Aasia Bibi, the Christian blasphemy accused who was acquitted by Pakistan's Supreme Court (SC) on October 31 last year, has expressed her gratitude to the country's top court and the international forces who helped her achieve freedom.
In her first print interview nearly four months after her release, Aasia told The Sunday Telegraph that she had at times fallen into despair as she languished in a death row cell over a trumped-up charge of blasphemy.
“My whole life suffered, my children suffered and this had a huge impact on my life,” she said in a series of voice messages.
While she expressed relief over her acquittal and consequent freedom, Aasia said there were many others in Pakistan who also needed fair trials.
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“Sometimes I was so disappointed and losing courage I used to wonder whether I was coming out of jail or not, what would happen next, whether I would remain here all my life,” she said.
“When my daughters visited me in jail, I never cried in front of them, but when they went after meeting me in jail, I used to cry alone filled with pain and grief. I used to think about them all the time, how they are living.”
Aasia was on death row since November 2010 after she was convicted on charges of committing blasphemy during an argument with two Muslim women in Sheikhupura.
Her plight gained international prominence after the then-Punjab Governor Salman Taseer pleaded for a retrial of her case and was subsequently shot dead by one of his guards, Mumtaz Qadri, in January 2011.
She challenged the verdict in October 2014 but the Lahore High Court upheld the death sentence. The SC stayed the execution in July 2015 and a three-judge special bench headed by former chief justice Saqib Nisar took it up after a three-year gap.
In all, Aasia spent eight years on death row before the case was quashed in October 2018. However, she was kept in protective custody for a further seven months amid fears of attacks by extremist elements.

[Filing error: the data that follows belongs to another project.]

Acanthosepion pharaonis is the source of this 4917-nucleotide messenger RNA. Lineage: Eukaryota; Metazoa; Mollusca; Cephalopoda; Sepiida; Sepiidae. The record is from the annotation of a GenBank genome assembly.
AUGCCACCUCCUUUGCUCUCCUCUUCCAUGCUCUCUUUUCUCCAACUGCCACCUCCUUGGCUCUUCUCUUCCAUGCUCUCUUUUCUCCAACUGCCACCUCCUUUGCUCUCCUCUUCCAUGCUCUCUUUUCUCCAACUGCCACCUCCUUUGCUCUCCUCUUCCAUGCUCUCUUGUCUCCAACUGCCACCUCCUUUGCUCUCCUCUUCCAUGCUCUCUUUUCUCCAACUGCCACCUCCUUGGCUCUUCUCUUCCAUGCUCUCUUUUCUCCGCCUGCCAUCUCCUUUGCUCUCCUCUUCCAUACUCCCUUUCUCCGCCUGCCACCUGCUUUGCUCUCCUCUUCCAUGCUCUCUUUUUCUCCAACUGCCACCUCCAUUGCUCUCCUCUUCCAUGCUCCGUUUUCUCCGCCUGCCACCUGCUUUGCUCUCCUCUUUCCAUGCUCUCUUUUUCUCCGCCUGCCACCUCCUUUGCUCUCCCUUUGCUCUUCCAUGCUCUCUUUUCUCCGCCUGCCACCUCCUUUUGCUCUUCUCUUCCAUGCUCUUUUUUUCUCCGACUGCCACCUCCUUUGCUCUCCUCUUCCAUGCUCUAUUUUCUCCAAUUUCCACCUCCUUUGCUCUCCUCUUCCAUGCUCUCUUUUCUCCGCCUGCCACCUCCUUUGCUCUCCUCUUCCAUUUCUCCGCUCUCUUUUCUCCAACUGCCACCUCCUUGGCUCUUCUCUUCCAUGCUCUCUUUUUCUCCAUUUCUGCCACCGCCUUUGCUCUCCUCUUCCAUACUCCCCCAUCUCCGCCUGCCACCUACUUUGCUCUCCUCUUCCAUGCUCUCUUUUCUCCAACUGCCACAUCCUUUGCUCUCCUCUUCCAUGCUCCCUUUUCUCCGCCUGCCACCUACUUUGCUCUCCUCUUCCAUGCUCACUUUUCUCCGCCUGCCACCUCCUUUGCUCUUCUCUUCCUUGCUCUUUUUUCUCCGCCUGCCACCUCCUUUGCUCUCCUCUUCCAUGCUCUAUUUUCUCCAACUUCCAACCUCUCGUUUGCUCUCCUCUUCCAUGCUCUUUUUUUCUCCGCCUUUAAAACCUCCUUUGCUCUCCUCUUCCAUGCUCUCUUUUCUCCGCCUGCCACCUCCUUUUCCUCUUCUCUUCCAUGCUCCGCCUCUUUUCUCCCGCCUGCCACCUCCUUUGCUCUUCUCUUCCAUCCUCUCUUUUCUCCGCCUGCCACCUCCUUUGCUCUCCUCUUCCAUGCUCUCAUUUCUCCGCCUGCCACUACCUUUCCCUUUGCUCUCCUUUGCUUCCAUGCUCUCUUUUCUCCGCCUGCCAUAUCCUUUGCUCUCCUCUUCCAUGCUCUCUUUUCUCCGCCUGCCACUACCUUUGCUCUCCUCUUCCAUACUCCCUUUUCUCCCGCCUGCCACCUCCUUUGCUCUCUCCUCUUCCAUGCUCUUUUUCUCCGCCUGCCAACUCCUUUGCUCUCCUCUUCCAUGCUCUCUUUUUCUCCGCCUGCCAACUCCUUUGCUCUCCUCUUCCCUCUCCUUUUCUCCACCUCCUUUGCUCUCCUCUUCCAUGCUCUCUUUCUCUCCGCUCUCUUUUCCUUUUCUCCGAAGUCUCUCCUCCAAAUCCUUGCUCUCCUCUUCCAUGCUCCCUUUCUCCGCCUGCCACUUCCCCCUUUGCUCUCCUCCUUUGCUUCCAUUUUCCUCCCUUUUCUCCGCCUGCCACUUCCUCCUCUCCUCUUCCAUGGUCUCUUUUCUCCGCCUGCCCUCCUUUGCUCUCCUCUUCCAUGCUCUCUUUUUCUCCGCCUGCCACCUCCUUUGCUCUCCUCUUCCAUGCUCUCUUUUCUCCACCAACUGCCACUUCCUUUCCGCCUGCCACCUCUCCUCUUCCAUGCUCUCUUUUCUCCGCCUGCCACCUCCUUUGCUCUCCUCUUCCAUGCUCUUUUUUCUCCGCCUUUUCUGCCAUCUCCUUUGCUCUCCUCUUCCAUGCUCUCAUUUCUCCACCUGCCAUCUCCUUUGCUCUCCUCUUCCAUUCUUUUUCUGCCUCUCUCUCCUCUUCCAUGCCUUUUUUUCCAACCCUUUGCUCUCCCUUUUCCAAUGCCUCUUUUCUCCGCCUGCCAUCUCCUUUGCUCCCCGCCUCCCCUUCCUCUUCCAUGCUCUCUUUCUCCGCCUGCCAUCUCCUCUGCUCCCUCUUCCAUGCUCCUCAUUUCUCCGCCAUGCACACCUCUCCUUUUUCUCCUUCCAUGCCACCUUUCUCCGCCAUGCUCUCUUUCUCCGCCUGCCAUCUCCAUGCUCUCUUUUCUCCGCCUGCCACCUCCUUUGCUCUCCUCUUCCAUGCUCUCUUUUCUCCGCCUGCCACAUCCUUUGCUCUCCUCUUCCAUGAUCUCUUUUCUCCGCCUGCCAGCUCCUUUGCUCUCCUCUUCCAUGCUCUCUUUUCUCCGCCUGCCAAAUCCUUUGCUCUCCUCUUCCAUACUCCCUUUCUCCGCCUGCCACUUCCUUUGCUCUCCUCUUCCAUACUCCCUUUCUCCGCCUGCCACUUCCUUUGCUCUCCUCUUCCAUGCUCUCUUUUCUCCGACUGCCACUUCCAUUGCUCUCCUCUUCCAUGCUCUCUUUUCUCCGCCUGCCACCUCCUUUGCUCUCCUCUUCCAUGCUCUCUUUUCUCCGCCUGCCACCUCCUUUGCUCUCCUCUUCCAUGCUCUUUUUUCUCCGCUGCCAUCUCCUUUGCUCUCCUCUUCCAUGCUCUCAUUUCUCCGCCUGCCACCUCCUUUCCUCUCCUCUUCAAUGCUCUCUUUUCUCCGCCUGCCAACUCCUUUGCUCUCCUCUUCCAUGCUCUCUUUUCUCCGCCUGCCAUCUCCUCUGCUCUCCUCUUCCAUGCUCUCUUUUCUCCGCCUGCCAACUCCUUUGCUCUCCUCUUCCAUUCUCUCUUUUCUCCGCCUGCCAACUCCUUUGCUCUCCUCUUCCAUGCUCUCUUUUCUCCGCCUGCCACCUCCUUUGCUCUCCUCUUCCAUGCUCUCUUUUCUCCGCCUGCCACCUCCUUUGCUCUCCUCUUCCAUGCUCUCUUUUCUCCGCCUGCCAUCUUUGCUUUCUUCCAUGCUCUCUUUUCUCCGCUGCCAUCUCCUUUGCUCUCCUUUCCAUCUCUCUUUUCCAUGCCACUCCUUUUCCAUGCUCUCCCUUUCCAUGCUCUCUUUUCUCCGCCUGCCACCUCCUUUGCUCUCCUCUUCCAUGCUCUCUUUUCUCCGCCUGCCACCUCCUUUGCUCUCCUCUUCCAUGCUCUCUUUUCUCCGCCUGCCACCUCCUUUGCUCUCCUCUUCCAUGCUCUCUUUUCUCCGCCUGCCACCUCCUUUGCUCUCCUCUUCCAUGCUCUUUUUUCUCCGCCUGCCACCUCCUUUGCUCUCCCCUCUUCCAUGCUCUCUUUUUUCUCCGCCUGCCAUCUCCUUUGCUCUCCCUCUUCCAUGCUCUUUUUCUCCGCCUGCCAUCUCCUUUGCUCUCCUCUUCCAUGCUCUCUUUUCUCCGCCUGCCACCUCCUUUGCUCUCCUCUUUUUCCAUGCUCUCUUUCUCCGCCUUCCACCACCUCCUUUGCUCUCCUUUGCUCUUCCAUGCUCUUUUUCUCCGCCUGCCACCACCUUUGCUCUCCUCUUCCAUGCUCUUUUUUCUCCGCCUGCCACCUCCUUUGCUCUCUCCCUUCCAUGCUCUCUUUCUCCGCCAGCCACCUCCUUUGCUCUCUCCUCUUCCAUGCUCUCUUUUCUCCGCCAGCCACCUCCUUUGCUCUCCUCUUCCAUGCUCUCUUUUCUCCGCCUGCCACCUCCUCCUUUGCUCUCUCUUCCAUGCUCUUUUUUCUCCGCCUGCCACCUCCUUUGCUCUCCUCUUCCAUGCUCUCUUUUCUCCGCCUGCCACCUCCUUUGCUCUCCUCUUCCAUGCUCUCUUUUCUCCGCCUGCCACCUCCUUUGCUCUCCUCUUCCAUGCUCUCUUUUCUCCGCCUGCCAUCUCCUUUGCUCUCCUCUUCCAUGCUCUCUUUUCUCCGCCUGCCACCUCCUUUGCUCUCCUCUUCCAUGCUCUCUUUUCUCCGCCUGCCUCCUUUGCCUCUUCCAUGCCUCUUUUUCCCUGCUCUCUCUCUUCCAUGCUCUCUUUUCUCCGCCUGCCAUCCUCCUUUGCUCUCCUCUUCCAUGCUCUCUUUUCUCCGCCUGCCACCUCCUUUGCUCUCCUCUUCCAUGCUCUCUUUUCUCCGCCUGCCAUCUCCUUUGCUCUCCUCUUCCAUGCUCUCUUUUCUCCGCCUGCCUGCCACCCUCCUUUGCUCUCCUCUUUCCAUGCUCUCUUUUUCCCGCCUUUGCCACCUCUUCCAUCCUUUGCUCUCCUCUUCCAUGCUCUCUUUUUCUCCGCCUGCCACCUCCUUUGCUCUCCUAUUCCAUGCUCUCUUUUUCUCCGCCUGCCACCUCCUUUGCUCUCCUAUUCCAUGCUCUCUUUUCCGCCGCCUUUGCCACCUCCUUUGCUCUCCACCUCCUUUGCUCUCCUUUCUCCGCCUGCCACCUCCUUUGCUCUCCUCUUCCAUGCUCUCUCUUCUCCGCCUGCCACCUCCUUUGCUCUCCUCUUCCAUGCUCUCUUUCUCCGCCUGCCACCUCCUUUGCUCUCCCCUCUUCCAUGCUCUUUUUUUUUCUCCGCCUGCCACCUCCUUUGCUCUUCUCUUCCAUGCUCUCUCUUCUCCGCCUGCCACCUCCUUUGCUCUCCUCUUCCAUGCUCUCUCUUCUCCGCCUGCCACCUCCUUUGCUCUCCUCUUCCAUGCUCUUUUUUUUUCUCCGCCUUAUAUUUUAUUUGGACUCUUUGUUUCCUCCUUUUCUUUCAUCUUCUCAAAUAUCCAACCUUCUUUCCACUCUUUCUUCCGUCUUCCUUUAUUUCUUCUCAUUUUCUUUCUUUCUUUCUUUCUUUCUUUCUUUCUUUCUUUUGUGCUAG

Aasia’s freedom was secured through mediation by the European Union's special envoy on religious freedom, Jan Figel.
He held talks in Brussels with Pakistan's Attorney General Anwar Khan and Human Rights Minister Shireen Mazari on how to ensure Aasia's exit.
As the months dragged on, Aasia and her husband Ashiq Masih were kept in government safe houses first in the hills outside Islamabad and then in Karachi. They were provided a television and a smartphone but were not permitted to venture out in public.
While currently in Canada, Aasia and her family are later expected to move to an undisclosed European country. “Security conditions are crucially important for Asia Bibi and for her family,” said Figel.
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Her dash to freedom, though, came at a price as security concerns made it impossible to say goodbye to her father or her hometown.
“My heart was broken when I left that way without meeting my family. Pakistan is my country, Pakistan is my homeland, I love my country, I love my soil,” she said.
Figel hails Aasia as “an admirably brave woman and loving mother”.
“Her story and the highly professional supreme court decision can serve as a base for reforms in Pakistan, which has a very outdated system of blasphemy legislation easily misused against neighbours and innocent people.”
This article originally appeared on The Sunday Telegraph.